The biblical battlefield between David and Goliath is about to become the scene of an altogether more modern confrontation: between oil drillers and environmentalists.
Jews have for generations been complaining that while the Arab nations have enjoyed hundreds of billions of petrodollars, Israel, which is in the same region, is almost barren of carbon-based energy resources.
This has already started to change in recent years with the discovery of large offshore natural gas fields near Israel in the Mediterranean, but better may be yet to come.
In early 2012, the first large-scale experimental drilling will go ahead in the Ella Valley, a peaceful agricultural area 50km south-east of Jerusalem, abounding in vineyards and nature reserves, including the Adullam Park, alleged site of the most famous slingshot in history.
The prospectors from Israel Energy Initiatives (IEI) will try to prove that they are the first company in the world that can commercially produce oil from shale, a grey sedimentary rock that is rich in oil but needs a complex and lengthy heating process for the black oil to be extracted.
"Producing a barrel of oil from shale will cost around $40," says IEI's CEO, Relik Shafir, a former brigadier general in the Israeli Air Force, who flew one of the F-16s on Israel's fabled attack on the Iraqi nuclear reactor 30 years ago.
"Until recently, before the price of oil went up so much, there was little incentive to invest in shale oil research and technology. Now that the oil price does not look like dropping in the foreseeable future, things are different," says Mr Shafir.
There is another major reason for the sudden interest in shale oil. Tiny Israel, it seems, has the third largest deposit of shale in the world, which could yield 250 billion barrels of oil. Only the United States and China have more. And, according to former Shell Chief Scientist Harold Vinegar, now living in Israel and working for IEI, Israel's shale oil deposit is richer and more accessible than the one in America.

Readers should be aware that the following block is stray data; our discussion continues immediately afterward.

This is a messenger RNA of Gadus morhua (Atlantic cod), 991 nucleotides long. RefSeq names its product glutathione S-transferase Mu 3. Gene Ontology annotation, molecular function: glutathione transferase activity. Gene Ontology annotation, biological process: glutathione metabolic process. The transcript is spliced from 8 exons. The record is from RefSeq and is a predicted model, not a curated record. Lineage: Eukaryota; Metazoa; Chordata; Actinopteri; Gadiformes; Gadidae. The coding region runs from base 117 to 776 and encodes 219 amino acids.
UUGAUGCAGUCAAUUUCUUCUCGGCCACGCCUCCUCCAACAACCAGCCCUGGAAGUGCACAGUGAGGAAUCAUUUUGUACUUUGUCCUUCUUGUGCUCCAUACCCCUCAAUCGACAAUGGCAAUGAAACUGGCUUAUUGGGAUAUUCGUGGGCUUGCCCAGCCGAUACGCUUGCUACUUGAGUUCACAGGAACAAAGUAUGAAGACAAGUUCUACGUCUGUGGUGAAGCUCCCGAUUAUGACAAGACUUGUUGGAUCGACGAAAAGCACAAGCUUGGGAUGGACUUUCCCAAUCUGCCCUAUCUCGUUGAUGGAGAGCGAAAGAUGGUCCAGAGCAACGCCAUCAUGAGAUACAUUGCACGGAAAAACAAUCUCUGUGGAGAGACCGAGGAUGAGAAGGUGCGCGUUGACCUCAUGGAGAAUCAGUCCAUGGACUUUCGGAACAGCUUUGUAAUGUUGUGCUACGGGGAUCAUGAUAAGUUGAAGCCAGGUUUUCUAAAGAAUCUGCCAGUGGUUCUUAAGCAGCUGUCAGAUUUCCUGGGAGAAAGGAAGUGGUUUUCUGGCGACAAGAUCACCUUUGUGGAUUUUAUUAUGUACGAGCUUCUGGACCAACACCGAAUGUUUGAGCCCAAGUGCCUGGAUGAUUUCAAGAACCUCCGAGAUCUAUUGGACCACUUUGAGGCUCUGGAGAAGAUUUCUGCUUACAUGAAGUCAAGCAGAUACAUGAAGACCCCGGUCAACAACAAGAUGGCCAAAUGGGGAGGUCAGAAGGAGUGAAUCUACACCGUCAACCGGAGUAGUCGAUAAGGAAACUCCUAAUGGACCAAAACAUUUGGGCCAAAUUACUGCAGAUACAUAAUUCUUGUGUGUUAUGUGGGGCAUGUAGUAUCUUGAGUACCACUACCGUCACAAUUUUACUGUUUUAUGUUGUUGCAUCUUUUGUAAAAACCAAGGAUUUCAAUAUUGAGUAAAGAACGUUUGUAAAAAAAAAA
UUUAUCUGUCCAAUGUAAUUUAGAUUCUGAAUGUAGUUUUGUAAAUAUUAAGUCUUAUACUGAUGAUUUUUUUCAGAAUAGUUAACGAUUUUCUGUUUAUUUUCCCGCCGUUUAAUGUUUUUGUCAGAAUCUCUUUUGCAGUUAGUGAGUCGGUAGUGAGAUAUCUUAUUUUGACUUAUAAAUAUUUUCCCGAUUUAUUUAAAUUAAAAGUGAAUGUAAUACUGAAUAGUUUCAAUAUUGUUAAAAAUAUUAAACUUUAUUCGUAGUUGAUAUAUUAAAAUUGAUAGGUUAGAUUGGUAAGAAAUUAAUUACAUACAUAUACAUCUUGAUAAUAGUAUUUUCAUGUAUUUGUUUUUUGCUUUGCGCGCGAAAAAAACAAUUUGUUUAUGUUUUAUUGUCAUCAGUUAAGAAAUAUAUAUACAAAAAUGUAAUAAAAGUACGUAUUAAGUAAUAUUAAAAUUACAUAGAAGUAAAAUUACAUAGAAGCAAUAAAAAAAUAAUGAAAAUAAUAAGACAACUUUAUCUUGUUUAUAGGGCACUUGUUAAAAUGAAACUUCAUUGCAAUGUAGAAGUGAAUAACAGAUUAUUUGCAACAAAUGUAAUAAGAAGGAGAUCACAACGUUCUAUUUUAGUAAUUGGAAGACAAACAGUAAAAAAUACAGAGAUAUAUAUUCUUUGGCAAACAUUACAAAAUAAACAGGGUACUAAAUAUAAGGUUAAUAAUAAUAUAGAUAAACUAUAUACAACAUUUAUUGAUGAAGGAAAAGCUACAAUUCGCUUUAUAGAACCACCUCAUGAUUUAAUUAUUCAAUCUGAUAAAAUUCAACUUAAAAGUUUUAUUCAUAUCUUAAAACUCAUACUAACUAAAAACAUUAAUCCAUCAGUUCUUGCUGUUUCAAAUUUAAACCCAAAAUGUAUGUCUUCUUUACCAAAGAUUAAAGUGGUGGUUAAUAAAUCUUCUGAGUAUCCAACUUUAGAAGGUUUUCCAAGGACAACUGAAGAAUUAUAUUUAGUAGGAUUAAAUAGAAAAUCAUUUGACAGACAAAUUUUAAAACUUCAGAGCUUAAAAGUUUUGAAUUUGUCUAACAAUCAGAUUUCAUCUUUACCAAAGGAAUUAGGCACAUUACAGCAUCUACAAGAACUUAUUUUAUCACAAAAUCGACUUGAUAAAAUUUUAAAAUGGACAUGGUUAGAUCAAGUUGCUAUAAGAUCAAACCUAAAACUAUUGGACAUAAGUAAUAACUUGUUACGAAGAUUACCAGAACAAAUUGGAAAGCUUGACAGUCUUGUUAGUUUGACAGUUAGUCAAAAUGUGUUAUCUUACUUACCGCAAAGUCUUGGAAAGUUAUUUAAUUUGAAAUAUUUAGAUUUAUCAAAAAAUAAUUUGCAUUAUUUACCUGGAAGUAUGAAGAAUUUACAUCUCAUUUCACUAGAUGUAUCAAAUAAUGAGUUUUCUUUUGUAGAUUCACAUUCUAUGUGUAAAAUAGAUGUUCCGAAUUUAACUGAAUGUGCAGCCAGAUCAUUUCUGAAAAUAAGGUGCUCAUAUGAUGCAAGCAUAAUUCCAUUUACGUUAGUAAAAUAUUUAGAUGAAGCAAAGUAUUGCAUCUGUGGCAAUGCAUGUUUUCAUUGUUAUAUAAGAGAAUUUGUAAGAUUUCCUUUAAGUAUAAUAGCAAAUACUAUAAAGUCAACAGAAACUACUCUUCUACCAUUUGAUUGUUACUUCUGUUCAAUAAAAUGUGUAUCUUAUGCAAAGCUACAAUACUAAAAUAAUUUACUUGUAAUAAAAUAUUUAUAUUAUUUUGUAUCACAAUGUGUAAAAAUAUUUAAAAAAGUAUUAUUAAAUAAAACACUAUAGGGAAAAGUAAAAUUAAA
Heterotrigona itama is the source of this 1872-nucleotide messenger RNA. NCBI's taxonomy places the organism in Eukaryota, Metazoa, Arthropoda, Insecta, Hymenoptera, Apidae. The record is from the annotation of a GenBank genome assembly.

Just for comparison, Saudi Arabia's oil deposits are estimated at around 260 billion barrels. But that does not mean that Israel is about to become a major exporter of oil. For a start, IEI still have to still overcome a campaign of opposition by local residents and environmentalists, who claim that the drilling will transform the pleasant valley into a lunar landscape. Second, the extraction process is lengthy and, to build the required technology and infrastructure, billions of dollars of investment are needed.
Not only environmentalists are sceptical. Yossi Langotzky, one of Israel's leading geologists, who discovered some of the country's largest natural gas fields, said this week: "It's a wonderful idea but you have to remember one thing. This technique has not been used anywhere in the world and when you are trying to carry out such a revolutionary procedure for the first time, it is a gamble, technologically, financially and environmentally. There could be many bugs in the system and since this procedure takes years, there is time for things to go wrong."
So far, IEI has managed to overcome the opposition, which took them as far as the Supreme Court. "We will be monitoring every step to make sure that there is no leak of oil or gas, either underground, into the aquifer or above ground. If we can't make sure that doesn't happen, we won't go ahead," said Mr Shafir.